01/10/2012 01:20 pm ET

Lenox Hill Hospital Denies Claims Beyonce's Stay Stopped Other Moms From Seeing Their Babies

While the world congratulated new parents Beyonce and Jay-Z on the birth of baby Blue Ivy, several New York City parents were dismayed. They claim they were mistreated by hospital staff at Lenox Hill in New York City during Beyonce's stay -- and some are threatening to sue.

According to TMZ, mothers who regularly gather at Lenox Hill for a breastfeeding class felt "neglected" by hospital staff during the celebrity lockdown. They're discussing the possibility of filing a lawsuit against the hospital.

These moms aren't the only parents saying they were affected by heightened security surrounding Blue Ivy's birth. Neil Coulon of Brooklyn told NY Daily news that "the stress of his wife delivering two premature girls was tripled by Beyonce's bodyguards treating Lenox Hill Hospital like an exclusive nightclub." He said that he was barred from the sixth-floor neonatal intensive care unit.

"This is the NICU. Nobody cares if you're a celebrity. Nobody is star-gazing. They just want to see their children," said Coulon, whose wife delivered twins on Wednesday.

Lenox Hill denies these claims. Spokesman Frank Danza told the AP that "no security would have prevented a parent from gaining access to the neonatal intensive unit and no family complained to the hospital about it." The hospital has issued a statement saying that they are "troubled by the misinformation being circulated in some news media reports."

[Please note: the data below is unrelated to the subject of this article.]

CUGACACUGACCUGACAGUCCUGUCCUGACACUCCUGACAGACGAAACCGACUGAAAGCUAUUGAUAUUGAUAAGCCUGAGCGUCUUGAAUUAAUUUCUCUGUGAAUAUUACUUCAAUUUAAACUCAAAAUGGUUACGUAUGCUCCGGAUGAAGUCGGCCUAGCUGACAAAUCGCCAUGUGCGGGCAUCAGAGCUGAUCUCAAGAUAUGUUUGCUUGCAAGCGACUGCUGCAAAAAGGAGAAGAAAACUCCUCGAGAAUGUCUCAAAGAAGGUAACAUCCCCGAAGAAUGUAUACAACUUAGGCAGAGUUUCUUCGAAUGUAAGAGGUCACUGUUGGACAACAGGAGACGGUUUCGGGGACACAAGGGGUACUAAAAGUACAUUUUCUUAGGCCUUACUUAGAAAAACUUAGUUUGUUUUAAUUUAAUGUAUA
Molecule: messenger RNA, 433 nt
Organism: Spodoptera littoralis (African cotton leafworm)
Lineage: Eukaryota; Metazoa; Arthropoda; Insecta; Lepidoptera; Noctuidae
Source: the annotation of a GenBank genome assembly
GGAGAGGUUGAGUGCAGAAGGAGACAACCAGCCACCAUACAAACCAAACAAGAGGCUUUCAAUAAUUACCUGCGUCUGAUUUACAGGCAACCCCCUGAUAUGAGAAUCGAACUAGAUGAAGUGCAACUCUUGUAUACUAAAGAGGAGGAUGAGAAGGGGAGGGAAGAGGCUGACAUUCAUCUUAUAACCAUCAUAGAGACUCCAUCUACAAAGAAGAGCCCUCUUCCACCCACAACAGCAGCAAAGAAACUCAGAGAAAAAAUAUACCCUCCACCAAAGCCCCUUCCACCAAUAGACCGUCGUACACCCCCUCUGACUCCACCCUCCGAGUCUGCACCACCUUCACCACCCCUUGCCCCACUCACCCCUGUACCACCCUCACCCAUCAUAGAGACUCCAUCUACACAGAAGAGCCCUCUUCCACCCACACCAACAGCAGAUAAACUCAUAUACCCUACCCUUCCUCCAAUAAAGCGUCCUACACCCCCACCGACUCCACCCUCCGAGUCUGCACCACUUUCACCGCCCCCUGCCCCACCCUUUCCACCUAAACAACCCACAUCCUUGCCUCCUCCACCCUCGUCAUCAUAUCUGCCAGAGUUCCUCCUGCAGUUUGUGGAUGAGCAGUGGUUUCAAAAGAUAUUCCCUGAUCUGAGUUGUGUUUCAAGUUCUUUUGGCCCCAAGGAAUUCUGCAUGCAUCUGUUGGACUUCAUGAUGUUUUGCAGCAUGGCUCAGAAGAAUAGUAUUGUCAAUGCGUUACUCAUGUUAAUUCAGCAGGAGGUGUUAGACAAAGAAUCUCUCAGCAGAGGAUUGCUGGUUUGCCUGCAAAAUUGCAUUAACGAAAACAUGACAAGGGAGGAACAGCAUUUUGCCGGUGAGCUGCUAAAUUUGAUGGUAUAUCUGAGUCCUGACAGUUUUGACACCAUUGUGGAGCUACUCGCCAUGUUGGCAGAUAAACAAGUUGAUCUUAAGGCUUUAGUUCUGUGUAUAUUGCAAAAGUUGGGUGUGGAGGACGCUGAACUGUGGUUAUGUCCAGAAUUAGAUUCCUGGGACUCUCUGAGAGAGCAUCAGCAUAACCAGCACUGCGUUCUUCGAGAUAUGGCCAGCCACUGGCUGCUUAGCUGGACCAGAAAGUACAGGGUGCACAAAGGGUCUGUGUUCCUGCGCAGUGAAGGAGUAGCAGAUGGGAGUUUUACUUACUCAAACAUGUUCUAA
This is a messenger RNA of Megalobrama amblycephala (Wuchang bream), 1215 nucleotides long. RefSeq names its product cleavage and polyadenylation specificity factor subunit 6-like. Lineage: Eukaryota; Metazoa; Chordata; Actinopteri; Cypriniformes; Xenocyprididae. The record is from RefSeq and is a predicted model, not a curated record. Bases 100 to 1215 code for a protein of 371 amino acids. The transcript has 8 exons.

Danza also set straight the claim that Beyonce and Jay-Z paid $1.3 million to rent out an entire floor. They were in an executive suite, available to other new parents as well, he says, and "billed the standard rate for those accommodations."

To further clear the air, Danza added:

"While we congratulate the Carter family on the birth of their child, we value the loyalty of ALL our patients and always strive to ensure a positive experience, knowing that the birth of a child is a wonderful moment producing memories of a lifetime."

The Stir's Julie Ryan Evans points out that the hospital statement could be a quick public relations cleanup. But on the other hand, she wants to believe they're telling the truth.

"I'm going to choose to believe the best about their birth experience and about them. Because really when it comes to something as beautiful as bringing a new life into the world, it's a pretty good time to give the benefit of the doubt," she writes.



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